Nova Scotia miners offer more than $8,000 cash to students who can prove industry ‘rocks’

As a way of raising awareness and interest in mining among junior high and high school students in Nova Scotia, Canada, a provincial industry group is offering over $8000 in cash prizes to kids with some basic video skills.

The Mining ROCKS! contest, now in its fourth year, hopes to inspire children to learn about the industry, get creative and win big, Sean Kirby, executive director of the Mining Association of Nova Scotia (MANS) said in a statement.

Mining Association of Nova Scotia is offering $1,000 to each winner in five different categories, with $500 going to the runner-up.

The popular competition is offering $1,000 to each winner in five different categories, with $500 going to the runner-up.

Students are encouraged to use wide-ranging approaches to explain, illustrate, dramatize and emphasize the many uses of minerals and the industry’s importance to Nova Scotia. After all, mining in the Atlantic province dates back to 1672, with a few coal and gold companies recently restarting and opening mines in the area in the past two years.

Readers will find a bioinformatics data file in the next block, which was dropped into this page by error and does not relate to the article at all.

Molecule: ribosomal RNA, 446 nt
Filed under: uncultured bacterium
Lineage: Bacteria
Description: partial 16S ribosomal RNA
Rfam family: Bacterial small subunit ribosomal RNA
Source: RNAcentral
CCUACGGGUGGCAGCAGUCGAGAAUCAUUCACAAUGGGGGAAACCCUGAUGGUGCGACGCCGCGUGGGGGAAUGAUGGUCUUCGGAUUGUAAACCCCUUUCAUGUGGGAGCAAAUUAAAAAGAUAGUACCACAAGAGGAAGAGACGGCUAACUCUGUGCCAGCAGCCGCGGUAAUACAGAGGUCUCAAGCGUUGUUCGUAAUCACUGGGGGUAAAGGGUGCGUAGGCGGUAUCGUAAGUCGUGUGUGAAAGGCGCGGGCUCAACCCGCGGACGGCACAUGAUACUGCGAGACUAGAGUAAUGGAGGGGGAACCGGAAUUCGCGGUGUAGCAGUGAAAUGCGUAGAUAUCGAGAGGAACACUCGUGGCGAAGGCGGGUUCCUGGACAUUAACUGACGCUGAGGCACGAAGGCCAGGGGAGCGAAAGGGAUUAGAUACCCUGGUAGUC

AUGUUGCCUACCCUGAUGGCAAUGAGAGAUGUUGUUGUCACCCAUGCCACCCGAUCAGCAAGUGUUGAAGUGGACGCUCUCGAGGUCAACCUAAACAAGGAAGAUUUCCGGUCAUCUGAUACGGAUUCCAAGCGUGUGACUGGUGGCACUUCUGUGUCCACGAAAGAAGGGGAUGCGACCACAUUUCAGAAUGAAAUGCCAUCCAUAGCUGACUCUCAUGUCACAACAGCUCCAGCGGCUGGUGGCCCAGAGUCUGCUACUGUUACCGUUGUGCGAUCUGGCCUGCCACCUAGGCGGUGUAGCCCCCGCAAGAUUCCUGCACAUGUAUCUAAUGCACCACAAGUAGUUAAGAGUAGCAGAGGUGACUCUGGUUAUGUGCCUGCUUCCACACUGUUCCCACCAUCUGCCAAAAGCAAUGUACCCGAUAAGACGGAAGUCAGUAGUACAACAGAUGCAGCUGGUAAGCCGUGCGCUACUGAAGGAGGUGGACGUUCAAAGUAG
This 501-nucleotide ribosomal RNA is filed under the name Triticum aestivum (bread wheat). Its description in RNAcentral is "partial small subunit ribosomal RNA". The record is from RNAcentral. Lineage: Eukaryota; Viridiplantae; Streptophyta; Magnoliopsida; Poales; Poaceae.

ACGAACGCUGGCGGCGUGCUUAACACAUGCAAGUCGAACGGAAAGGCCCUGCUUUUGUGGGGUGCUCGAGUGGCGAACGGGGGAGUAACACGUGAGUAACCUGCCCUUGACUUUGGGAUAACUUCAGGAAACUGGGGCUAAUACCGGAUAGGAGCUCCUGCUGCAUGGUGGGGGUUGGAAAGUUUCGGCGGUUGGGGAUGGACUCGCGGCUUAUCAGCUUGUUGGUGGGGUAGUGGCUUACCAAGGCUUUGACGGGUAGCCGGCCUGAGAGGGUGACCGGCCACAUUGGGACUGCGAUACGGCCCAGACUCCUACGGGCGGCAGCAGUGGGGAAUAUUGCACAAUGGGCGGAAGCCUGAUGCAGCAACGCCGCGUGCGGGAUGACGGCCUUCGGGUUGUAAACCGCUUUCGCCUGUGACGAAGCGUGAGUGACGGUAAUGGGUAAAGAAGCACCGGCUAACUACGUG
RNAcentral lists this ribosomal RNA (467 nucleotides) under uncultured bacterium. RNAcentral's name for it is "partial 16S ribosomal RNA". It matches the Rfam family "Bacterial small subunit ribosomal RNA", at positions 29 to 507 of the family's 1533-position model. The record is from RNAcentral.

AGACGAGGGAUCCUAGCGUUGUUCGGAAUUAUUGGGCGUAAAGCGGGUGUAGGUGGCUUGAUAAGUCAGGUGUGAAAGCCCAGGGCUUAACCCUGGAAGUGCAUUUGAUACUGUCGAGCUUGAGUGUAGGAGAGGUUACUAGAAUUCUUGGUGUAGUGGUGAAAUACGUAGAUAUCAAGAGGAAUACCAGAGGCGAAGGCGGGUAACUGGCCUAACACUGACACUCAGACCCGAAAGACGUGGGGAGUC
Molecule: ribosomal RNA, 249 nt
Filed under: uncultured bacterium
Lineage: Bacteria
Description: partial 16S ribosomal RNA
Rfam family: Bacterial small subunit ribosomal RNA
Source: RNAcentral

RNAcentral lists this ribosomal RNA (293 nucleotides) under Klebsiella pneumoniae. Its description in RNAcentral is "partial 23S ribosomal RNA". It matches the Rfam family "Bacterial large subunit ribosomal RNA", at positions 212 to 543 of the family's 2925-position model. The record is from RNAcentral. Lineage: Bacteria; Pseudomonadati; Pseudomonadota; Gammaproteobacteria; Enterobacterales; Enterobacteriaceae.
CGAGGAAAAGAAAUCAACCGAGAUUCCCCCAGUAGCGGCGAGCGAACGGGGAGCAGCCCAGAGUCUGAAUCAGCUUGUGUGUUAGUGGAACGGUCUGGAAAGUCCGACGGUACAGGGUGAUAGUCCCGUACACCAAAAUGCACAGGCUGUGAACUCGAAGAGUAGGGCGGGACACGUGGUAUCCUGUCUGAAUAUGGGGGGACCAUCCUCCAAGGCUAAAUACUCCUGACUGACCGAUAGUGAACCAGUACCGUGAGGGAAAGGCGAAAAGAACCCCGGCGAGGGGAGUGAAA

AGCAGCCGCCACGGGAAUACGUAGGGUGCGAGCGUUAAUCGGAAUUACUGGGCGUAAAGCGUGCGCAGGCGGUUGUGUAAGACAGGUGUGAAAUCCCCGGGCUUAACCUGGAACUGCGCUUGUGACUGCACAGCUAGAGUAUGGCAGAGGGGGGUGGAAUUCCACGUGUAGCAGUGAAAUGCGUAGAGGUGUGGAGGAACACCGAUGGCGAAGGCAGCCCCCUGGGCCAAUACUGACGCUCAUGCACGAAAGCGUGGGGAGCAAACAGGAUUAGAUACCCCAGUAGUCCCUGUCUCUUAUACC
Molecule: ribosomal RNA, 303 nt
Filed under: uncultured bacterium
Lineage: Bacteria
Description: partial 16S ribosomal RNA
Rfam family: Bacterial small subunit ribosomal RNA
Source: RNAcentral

“The videos can be about virtually any aspect of mining and quarrying, including its economic importance, environment and reclamation, historical facts and beneficial end-uses of mining products,” Kirby said.

“This contest helps students gain a greater understanding of the importance and economic benefits of mining in our province,” Natural Resources Minister Margaret Miller noted.

Students will upload their 1-to-3 minute video or a 30 second commercial to the MANS website and a panel of judges, who are mainly independent of the industry, will pick the winners for the Best Junior High School Video, Best High School Video, Best Comedy and Best 30-Second Commercial.  The public will decide who the winner of the fifth category is by voting online, in what’s known as the People’s Choice award.

The judging panel includes Margaret Miller, Minister of Natural Resources, Membertou Chief Terry Paul, as well as several accomplished film and media professionals.

Last year, the contest received 22 video contributions from all over the province. There were 1,848 votes for the People's Choice prize.

See contest details and rules here.